The coolness under pressure of rugby league goal-kicking legend Daryl Halligan has rubbed off on his daughter Bronte as she’s carved out a world-class water polo career.
More than two decades after Daryl rose to fame nailing goals from the sideline, Bronte is slamming home goals in the pool and now eyeing her second Olympic campaign.
The 27-year-old is in Doha for the World Aquatics Championships with the Stingers, the Australian women’s water polo team, which will face Hungary in its third match of the world titles on Thursday night (AEDT).
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“He likes to talk about mental tools in his kicking game that he used and that I could use in my water polo game,” Bronte told Wide World of Sports.
“He talks about certain ways that he set up to kick and how he’d move back off the tee and the amount of steps he’d take and preparing mentally for that.
“There are different tools you can rely on, such as your breath work and what’s constant in the field of play at the time, which help me and my penalties. I look at certain things around the goal and I use my breath and I talk to myself mentally and bring myself back to the present.
“He’s pretty good at giving me advice to keep me grounded and keep me calm and collected in the present moment.”
The Halligan family is steeped in sporting success. While Daryl is a Bulldogs, Bears and Kiwis great, and Bronte a water polo star, the eldest of the children, Devon, is a Surf Life Saving world champion.
Growing up in Mona Vale on Sydney’s northern beaches, Bronte was an all-round sports nut. She swam, ran, surfed, did Surf Live Saving, and played netball, basketball, tennis and football.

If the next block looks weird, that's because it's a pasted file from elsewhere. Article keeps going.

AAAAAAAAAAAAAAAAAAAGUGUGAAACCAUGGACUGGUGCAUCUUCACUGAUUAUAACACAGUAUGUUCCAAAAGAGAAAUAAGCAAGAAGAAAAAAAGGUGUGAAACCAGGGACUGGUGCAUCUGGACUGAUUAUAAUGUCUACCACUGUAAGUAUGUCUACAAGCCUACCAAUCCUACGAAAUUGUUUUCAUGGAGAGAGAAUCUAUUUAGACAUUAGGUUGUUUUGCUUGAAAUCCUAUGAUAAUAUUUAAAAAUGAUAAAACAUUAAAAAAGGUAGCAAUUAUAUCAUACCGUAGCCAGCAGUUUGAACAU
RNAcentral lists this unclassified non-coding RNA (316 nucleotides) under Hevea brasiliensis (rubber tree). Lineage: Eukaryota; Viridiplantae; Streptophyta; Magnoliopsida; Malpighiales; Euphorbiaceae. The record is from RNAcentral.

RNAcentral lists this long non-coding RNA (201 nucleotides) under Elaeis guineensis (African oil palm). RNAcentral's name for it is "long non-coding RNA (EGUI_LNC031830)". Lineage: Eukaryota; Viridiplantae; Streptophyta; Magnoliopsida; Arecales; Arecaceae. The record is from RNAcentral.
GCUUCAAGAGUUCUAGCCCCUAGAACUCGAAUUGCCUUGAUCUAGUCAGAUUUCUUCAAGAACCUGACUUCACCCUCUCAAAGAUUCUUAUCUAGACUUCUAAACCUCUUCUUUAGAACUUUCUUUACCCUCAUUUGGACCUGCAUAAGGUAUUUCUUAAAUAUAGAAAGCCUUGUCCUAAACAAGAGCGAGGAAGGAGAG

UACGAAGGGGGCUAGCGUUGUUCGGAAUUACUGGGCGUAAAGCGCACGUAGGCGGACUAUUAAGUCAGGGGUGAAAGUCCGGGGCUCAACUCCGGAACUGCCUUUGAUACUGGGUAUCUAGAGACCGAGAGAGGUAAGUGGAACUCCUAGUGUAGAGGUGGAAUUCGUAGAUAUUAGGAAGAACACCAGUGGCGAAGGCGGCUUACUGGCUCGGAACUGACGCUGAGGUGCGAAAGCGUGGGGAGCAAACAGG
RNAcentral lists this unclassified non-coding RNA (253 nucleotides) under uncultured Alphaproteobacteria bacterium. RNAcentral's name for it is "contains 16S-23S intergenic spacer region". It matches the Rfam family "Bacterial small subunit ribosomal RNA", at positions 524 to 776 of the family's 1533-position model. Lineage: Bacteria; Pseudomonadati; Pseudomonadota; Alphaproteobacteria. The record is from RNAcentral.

She made her Stingers debut in 2014 and was a member of the side that finished fifth at Tokyo 2020.
”I’m lucky I didn’t play rugby league because I could have got caught up in the whole daughter thing,” Bronte said.
“It’s quite nice that I play a different sport … I think I’ve branded myself and run with that.”
Out of the pool, Bronte is a strategy lead at Cerebral Palsy Australia. She studied psychology and disability studies at the University of California, Los Angeles (ULCA).
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When asked what she wanted to achieve in water polo, she began to answer, before pausing and going again.
“Do you know what? I keep rummaging with this and I flip back and forth,” the Stingers sharpshooter said.
“Medals and team success — that’s what I want. I want my team to be successful. I want us to compete day in and day out as the Stingers. If that means we’re winning medals, then great. If that means we’re in a phase where we’re just grinding and working hard, then fantastic.”
The Stingers have made a scintillating start to the World Championships, thrashing Singapore 32-1 and overcoming New Zealand 13-6.
“I’m not in an individual sport; I’m in a team sport,” Bronte added.
“That’s my most important thing — that I see my entire team around me, myself included, flourish together.”